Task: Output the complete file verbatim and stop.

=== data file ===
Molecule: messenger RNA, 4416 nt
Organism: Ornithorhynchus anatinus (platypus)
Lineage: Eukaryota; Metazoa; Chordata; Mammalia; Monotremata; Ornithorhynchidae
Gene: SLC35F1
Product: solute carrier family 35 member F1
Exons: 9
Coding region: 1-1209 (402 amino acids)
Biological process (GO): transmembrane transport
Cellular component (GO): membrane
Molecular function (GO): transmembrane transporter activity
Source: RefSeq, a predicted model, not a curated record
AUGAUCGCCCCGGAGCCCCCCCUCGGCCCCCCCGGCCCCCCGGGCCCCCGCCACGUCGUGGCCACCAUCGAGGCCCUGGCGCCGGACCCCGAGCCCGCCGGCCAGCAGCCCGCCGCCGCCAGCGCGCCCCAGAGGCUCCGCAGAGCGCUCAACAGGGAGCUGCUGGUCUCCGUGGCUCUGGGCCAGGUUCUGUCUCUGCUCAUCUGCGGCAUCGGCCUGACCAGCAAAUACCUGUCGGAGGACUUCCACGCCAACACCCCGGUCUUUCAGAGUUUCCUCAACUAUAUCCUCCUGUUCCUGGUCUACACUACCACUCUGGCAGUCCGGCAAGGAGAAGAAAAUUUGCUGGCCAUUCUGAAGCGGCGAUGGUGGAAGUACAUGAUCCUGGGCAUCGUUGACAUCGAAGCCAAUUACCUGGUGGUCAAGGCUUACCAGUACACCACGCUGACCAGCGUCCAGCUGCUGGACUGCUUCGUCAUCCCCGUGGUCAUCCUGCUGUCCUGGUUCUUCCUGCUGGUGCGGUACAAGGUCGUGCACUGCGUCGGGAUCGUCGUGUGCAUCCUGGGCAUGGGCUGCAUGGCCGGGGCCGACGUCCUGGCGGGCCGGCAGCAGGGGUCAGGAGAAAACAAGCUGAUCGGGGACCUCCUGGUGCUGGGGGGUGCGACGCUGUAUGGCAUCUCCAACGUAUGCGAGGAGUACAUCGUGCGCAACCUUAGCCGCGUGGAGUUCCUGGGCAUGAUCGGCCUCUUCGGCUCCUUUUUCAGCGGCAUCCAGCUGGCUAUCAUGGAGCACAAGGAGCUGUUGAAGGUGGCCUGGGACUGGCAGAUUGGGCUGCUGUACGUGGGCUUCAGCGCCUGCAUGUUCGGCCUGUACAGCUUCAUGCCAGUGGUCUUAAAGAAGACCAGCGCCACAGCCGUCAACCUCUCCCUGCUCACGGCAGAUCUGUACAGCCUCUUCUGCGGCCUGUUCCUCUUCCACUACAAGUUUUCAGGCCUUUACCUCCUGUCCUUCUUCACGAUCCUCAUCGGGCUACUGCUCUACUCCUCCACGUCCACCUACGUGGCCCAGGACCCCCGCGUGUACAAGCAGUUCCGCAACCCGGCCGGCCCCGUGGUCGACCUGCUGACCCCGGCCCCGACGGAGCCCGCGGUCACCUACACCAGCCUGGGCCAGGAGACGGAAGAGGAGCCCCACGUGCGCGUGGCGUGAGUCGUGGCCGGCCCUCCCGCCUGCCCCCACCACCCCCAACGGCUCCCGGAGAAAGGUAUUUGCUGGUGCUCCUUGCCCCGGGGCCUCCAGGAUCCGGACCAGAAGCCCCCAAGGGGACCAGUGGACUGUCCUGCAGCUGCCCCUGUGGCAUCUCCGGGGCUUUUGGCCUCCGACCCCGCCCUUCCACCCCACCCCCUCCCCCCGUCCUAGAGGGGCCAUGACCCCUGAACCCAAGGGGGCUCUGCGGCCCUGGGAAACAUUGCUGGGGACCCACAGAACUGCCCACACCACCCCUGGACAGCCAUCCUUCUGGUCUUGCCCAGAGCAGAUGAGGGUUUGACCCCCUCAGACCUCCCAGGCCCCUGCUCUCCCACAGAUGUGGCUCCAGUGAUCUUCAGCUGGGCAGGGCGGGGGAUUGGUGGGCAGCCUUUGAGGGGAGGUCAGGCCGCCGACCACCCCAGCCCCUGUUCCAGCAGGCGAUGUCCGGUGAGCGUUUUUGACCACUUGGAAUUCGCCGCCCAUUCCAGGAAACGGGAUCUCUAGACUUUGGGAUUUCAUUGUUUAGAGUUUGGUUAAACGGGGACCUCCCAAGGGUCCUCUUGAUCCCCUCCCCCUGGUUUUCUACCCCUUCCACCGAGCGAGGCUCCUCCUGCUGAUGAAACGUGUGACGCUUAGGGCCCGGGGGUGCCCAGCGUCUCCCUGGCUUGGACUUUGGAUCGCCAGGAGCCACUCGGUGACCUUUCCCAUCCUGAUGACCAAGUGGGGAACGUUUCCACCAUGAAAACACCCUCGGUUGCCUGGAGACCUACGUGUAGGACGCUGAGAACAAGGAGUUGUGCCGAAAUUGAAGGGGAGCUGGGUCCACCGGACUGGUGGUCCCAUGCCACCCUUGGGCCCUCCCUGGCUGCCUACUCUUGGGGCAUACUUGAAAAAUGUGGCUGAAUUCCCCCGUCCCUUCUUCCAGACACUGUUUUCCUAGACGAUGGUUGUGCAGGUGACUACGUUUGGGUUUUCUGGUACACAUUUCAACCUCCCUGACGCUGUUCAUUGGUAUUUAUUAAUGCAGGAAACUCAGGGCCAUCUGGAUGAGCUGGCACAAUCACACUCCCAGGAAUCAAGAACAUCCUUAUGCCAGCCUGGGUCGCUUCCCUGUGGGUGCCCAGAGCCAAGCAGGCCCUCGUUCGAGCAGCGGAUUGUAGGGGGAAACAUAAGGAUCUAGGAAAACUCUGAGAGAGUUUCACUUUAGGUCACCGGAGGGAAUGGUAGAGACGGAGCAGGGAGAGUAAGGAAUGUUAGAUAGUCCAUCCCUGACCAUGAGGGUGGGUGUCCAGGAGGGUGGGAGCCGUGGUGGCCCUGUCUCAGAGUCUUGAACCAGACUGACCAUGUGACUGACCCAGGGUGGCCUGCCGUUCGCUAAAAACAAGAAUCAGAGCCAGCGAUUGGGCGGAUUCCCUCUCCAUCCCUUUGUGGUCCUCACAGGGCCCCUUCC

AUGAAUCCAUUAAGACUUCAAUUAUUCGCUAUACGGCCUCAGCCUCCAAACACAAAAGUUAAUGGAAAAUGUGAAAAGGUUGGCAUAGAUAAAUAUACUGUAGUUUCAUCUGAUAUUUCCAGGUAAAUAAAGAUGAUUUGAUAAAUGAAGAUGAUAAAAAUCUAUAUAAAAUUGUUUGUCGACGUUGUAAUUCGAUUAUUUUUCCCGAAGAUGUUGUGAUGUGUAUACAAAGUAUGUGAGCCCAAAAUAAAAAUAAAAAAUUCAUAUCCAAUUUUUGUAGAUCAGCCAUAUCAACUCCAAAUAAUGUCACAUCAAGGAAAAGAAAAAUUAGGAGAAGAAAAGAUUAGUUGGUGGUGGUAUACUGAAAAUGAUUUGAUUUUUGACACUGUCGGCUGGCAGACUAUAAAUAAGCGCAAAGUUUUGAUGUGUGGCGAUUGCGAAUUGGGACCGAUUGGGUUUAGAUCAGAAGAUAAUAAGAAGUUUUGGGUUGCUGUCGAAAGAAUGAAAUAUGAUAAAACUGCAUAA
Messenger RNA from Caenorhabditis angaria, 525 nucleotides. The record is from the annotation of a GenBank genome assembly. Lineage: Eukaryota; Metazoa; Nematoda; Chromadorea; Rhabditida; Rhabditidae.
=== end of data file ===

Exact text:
Molecule: messenger RNA, 4416 nt
Organism: Ornithorhynchus anatinus (platypus)
Lineage: Eukaryota; Metazoa; Chordata; Mammalia; Monotremata; Ornithorhynchidae
Gene: SLC35F1
Product: solute carrier family 35 member F1
Exons: 9
Coding region: 1-1209 (402 amino acids)
Biological process (GO): transmembrane transport
Cellular component (GO): membrane
Molecular function (GO): transmembrane transporter activity
Source: RefSeq, a predicted model, not a curated record
AUGAUCGCCCCGGAGCCCCCCCUCGGCCCCCCCGGCCCCCCGGGCCCCCGCCACGUCGUGGCCACCAUCGAGGCCCUGGCGCCGGACCCCGAGCCCGCCGGCCAGCAGCCCGCCGCCGCCAGCGCGCCCCAGAGGCUCCGCAGAGCGCUCAACAGGGAGCUGCUGGUCUCCGUGGCUCUGGGCCAGGUUCUGUCUCUGCUCAUCUGCGGCAUCGGCCUGACCAGCAAAUACCUGUCGGAGGACUUCCACGCCAACACCCCGGUCUUUCAGAGUUUCCUCAACUAUAUCCUCCUGUUCCUGGUCUACACUACCACUCUGGCAGUCCGGCAAGGAGAAGAAAAUUUGCUGGCCAUUCUGAAGCGGCGAUGGUGGAAGUACAUGAUCCUGGGCAUCGUUGACAUCGAAGCCAAUUACCUGGUGGUCAAGGCUUACCAGUACACCACGCUGACCAGCGUCCAGCUGCUGGACUGCUUCGUCAUCCCCGUGGUCAUCCUGCUGUCCUGGUUCUUCCUGCUGGUGCGGUACAAGGUCGUGCACUGCGUCGGGAUCGUCGUGUGCAUCCUGGGCAUGGGCUGCAUGGCCGGGGCCGACGUCCUGGCGGGCCGGCAGCAGGGGUCAGGAGAAAACAAGCUGAUCGGGGACCUCCUGGUGCUGGGGGGUGCGACGCUGUAUGGCAUCUCCAACGUAUGCGAGGAGUACAUCGUGCGCAACCUUAGCCGCGUGGAGUUCCUGGGCAUGAUCGGCCUCUUCGGCUCCUUUUUCAGCGGCAUCCAGCUGGCUAUCAUGGAGCACAAGGAGCUGUUGAAGGUGGCCUGGGACUGGCAGAUUGGGCUGCUGUACGUGGGCUUCAGCGCCUGCAUGUUCGGCCUGUACAGCUUCAUGCCAGUGGUCUUAAAGAAGACCAGCGCCACAGCCGUCAACCUCUCCCUGCUCACGGCAGAUCUGUACAGCCUCUUCUGCGGCCUGUUCCUCUUCCACUACAAGUUUUCAGGCCUUUACCUCCUGUCCUUCUUCACGAUCCUCAUCGGGCUACUGCUCUACUCCUCCACGUCCACCUACGUGGCCCAGGACCCCCGCGUGUACAAGCAGUUCCGCAACCCGGCCGGCCCCGUGGUCGACCUGCUGACCCCGGCCCCGACGGAGCCCGCGGUCACCUACACCAGCCUGGGCCAGGAGACGGAAGAGGAGCCCCACGUGCGCGUGGCGUGAGUCGUGGCCGGCCCUCCCGCCUGCCCCCACCACCCCCAACGGCUCCCGGAGAAAGGUAUUUGCUGGUGCUCCUUGCCCCGGGGCCUCCAGGAUCCGGACCAGAAGCCCCCAAGGGGACCAGUGGACUGUCCUGCAGCUGCCCCUGUGGCAUCUCCGGGGCUUUUGGCCUCCGACCCCGCCCUUCCACCCCACCCCCUCCCCCCGUCCUAGAGGGGCCAUGACCCCUGAACCCAAGGGGGCUCUGCGGCCCUGGGAAACAUUGCUGGGGACCCACAGAACUGCCCACACCACCCCUGGACAGCCAUCCUUCUGGUCUUGCCCAGAGCAGAUGAGGGUUUGACCCCCUCAGACCUCCCAGGCCCCUGCUCUCCCACAGAUGUGGCUCCAGUGAUCUUCAGCUGGGCAGGGCGGGGGAUUGGUGGGCAGCCUUUGAGGGGAGGUCAGGCCGCCGACCACCCCAGCCCCUGUUCCAGCAGGCGAUGUCCGGUGAGCGUUUUUGACCACUUGGAAUUCGCCGCCCAUUCCAGGAAACGGGAUCUCUAGACUUUGGGAUUUCAUUGUUUAGAGUUUGGUUAAACGGGGACCUCCCAAGGGUCCUCUUGAUCCCCUCCCCCUGGUUUUCUACCCCUUCCACCGAGCGAGGCUCCUCCUGCUGAUGAAACGUGUGACGCUUAGGGCCCGGGGGUGCCCAGCGUCUCCCUGGCUUGGACUUUGGAUCGCCAGGAGCCACUCGGUGACCUUUCCCAUCCUGAUGACCAAGUGGGGAACGUUUCCACCAUGAAAACACCCUCGGUUGCCUGGAGACCUACGUGUAGGACGCUGAGAACAAGGAGUUGUGCCGAAAUUGAAGGGGAGCUGGGUCCACCGGACUGGUGGUCCCAUGCCACCCUUGGGCCCUCCCUGGCUGCCUACUCUUGGGGCAUACUUGAAAAAUGUGGCUGAAUUCCCCCGUCCCUUCUUCCAGACACUGUUUUCCUAGACGAUGGUUGUGCAGGUGACUACGUUUGGGUUUUCUGGUACACAUUUCAACCUCCCUGACGCUGUUCAUUGGUAUUUAUUAAUGCAGGAAACUCAGGGCCAUCUGGAUGAGCUGGCACAAUCACACUCCCAGGAAUCAAGAACAUCCUUAUGCCAGCCUGGGUCGCUUCCCUGUGGGUGCCCAGAGCCAAGCAGGCCCUCGUUCGAGCAGCGGAUUGUAGGGGGAAACAUAAGGAUCUAGGAAAACUCUGAGAGAGUUUCACUUUAGGUCACCGGAGGGAAUGGUAGAGACGGAGCAGGGAGAGUAAGGAAUGUUAGAUAGUCCAUCCCUGACCAUGAGGGUGGGUGUCCAGGAGGGUGGGAGCCGUGGUGGCCCUGUCUCAGAGUCUUGAACCAGACUGACCAUGUGACUGACCCAGGGUGGCCUGCCGUUCGCUAAAAACAAGAAUCAGAGCCAGCGAUUGGGCGGAUUCCCUCUCCAUCCCUUUGUGGUCCUCACAGGGCCCCUUCC

AUGAAUCCAUUAAGACUUCAAUUAUUCGCUAUACGGCCUCAGCCUCCAAACACAAAAGUUAAUGGAAAAUGUGAAAAGGUUGGCAUAGAUAAAUAUACUGUAGUUUCAUCUGAUAUUUCCAGGUAAAUAAAGAUGAUUUGAUAAAUGAAGAUGAUAAAAAUCUAUAUAAAAUUGUUUGUCGACGUUGUAAUUCGAUUAUUUUUCCCGAAGAUGUUGUGAUGUGUAUACAAAGUAUGUGAGCCCAAAAUAAAAAUAAAAAAUUCAUAUCCAAUUUUUGUAGAUCAGCCAUAUCAACUCCAAAUAAUGUCACAUCAAGGAAAAGAAAAAUUAGGAGAAGAAAAGAUUAGUUGGUGGUGGUAUACUGAAAAUGAUUUGAUUUUUGACACUGUCGGCUGGCAGACUAUAAAUAAGCGCAAAGUUUUGAUGUGUGGCGAUUGCGAAUUGGGACCGAUUGGGUUUAGAUCAGAAGAUAAUAAGAAGUUUUGGGUUGCUGUCGAAAGAAUGAAAUAUGAUAAAACUGCAUAA
Messenger RNA from Caenorhabditis angaria, 525 nucleotides. The record is from the annotation of a GenBank genome assembly. Lineage: Eukaryota; Metazoa; Nematoda; Chromadorea; Rhabditida; Rhabditidae.